Determined to give their daughter the chance to find something she would enjoy, Alex Casanas’s parents signed her up for a variety of youth sports when she was young, from volleyball, to swimming, to basketball and golf.
But it was on the softball diamond where the Rosary High School senior found her fit.
“I was always more into softball,” says Casanas. “As I got older, I started to realize that this is something that I wanted to see myself playing for a long time. I fell in love with the sport.”ARVE Error: need id and provider
Having played softball for many years, Casanas has tried every position there is. But where she feels the most at home is on the pitcher’s mound.
“I think the reason why I wanted to be a pitcher is because I feel like I can give the most in that position because you’re always in the game,” says Casanas. “I feel like I have some type of control on the outcome of the game. I feel like I can really make a difference.”
Casanas credits her uncle with helping her develop her pitching skills. He would spend many hours with her after school practicing with her in their front yard. That dedication from her uncle, along with her parents’ commitment to support her in every aspect of the sport, has brought Casanas the level of success she’s been able to experience. As a junior, Casanas was named first team All-Trinity League, with a .352 batting average and a 1.43 ERA for the Royals.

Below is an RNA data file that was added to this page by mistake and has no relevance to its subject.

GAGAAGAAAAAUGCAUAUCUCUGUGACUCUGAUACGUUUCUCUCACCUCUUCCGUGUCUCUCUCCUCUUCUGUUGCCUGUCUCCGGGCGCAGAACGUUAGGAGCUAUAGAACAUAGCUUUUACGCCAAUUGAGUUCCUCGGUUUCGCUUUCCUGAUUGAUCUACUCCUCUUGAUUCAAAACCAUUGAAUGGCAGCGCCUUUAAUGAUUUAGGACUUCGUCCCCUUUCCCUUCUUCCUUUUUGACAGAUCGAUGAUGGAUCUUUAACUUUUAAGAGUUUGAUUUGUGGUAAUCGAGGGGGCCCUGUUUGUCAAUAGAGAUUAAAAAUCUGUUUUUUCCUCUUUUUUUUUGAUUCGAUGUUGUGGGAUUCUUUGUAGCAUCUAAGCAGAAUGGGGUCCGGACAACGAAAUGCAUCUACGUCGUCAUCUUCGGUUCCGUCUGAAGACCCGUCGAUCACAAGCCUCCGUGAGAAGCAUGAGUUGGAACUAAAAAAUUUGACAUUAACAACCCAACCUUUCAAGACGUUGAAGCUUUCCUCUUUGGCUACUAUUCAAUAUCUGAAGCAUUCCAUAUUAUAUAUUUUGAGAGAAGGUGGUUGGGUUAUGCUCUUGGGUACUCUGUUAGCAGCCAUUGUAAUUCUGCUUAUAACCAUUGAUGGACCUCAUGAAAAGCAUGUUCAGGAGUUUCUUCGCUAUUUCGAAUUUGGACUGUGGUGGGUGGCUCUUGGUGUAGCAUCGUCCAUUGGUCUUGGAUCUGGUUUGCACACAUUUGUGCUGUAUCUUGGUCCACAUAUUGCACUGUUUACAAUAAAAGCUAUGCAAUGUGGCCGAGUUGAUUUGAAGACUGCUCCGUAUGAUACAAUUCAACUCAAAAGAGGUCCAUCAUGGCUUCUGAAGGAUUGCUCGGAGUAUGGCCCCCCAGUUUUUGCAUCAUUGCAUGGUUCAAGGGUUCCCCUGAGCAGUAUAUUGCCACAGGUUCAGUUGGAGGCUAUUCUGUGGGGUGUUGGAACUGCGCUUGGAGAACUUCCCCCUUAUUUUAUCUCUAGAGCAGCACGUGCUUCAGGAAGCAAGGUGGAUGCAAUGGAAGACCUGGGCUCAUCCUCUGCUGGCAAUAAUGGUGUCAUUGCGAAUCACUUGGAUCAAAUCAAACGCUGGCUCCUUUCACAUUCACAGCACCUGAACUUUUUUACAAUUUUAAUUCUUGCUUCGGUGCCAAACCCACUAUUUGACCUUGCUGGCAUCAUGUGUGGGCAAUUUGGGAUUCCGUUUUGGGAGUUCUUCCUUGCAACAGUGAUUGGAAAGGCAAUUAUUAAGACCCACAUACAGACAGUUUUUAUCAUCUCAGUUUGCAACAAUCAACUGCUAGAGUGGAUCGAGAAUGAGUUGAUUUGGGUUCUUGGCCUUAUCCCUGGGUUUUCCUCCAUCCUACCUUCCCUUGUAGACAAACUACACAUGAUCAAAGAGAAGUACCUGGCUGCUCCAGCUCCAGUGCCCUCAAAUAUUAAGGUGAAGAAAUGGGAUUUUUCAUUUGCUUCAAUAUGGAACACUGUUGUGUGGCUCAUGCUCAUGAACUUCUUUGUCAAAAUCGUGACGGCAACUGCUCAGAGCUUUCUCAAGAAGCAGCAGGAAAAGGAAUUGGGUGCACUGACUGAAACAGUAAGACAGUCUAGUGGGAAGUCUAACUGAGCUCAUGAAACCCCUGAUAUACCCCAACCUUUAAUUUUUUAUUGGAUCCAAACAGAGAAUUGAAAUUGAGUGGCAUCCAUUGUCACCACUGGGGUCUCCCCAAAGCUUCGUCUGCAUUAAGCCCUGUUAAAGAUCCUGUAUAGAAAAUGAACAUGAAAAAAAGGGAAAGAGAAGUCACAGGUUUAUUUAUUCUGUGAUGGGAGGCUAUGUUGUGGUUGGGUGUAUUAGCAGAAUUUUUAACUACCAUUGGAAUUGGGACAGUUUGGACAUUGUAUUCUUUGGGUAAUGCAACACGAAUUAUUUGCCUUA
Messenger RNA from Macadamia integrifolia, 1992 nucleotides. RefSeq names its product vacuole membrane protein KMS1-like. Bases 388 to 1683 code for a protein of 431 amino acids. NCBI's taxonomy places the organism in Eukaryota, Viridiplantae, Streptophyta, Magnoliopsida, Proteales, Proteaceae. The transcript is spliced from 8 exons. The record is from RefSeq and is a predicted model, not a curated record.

“I wouldn’t be where I am today if it wasn’t for them,” says Casanas.
Competing in her final year at Rosary, Casanas hopes to make it “the best year there is” by contributing in every way possible to bring her team success. Rosary’s head softball coach, Tom Tice, has no doubt that this year is another chance for Casanas to put her abilities on display.
“Alex is a quintessential Rosary girl: tough, smart and talented,” says Tice. “She has had a wonderful softball career at Rosary, and we have high hopes that her senior season again showcases her pitching and hitting talents.”
The La Mirada resident will be taking those talents east in the fall, where she will play softball and study criminology for Central Connecticut State University, with future hopes of working for the FBI.
In a game that sees more failure than success, the 18-year old has learned some key life skills from softball, including how to manage the inherent disappointment that comes with playing such a competitive sport.
“With softball…it’s realizing that it’s okay to fail…and it will make you better overall as a player,” says Casanas. “A lot of the outcomes aren’t really what you hoped for, and the journey is not going to be easy, just like in life.”